There is a certain happiness sighted when your bus comes along. It is of course a small specialized form of happiness and will never be a great thing.

-Richard Brautigan, The Old Bus

Sunday, November 30, 2008

Trains, transit and choices

Over at the California Progress Report, I was reading David Greenwald's "The Future of Trains in Solving California’s Transportation Problems and the Larger Picture".

He offers:

"One of the huge keys to our future will be solving our transportation puzzle. There are some who believe that Americans will never give up their cards (sic). They might be right. The real question is whether you can get them to drive less in cars that are more energy efficient."
That certainly encapsulates what I'm trying to do. And I'd like to believe this is an ideal that a majority in America sees as worth pursuing. After all, we even have oil companies running national advertising campaigns urging people to use less energy, even specifically to drive less.

In Sacramento, as well as around the country, we have seen people make the choice to leave their car at home and instead to ride transit. This year there have been real increases in ridership. Even as gas prices started to fall from their record highs, the ridership continued to increase. (I'm told RT's ridership numbers for October are not yet available, and won't be available until closer to the next board meeting, Dec. 8.)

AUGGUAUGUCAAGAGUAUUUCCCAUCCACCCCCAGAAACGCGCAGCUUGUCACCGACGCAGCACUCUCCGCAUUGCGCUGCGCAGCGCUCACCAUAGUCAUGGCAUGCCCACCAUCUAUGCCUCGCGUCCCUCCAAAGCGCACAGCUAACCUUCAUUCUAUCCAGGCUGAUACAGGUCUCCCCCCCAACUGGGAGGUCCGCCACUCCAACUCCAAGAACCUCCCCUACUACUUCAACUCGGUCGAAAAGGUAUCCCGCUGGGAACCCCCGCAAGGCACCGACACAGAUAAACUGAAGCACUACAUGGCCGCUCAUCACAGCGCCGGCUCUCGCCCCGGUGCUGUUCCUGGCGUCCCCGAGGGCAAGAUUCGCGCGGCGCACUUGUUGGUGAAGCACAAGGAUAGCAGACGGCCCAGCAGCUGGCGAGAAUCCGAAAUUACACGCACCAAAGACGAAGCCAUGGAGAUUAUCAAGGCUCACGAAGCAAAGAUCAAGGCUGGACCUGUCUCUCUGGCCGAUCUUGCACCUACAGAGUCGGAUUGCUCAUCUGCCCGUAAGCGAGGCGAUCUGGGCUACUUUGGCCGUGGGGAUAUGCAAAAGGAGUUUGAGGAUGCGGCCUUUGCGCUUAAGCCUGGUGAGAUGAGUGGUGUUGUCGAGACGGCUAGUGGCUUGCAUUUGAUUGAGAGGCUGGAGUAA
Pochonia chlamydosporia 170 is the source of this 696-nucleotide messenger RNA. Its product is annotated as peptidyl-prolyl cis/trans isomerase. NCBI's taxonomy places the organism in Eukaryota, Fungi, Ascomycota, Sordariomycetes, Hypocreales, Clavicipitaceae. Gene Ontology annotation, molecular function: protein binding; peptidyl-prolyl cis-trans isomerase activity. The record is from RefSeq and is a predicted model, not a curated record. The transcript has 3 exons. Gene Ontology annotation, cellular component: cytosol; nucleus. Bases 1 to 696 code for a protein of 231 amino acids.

But the practical application of this ideal is a struggle. Will recent gains in transit ridership here in Sacramento slide as the commuters weigh their choices -- gasoline at less than $1.80 vs. an inconvenient and time-consuming transit trip? And then there's the coming fare increase. For monthly pass holders, that jump from $85 to $100 a month is going to test their resolve.

RT made an important choice as it struggled to make its budget balance in the face of state funding cuts: RT chose not to reduce service. That choice may help mitigate the coming fare increase. But RT needs to find a way to improve service, even if only incrementally.

Personally, I think RT should reconsider the point at which it switches from commuter service -- 15 minute interval on light rail and the most popular bus routes -- to its minimal evening service. Just moving the dividing line to 8 p.m. from 7 p.m. would allow me to reverse my morning commute at the end of the day, something I can't do today when trains and buses are running at half-hour headways. I also expect two extra Folsom trains would more than pay for themselves in increased ridership.

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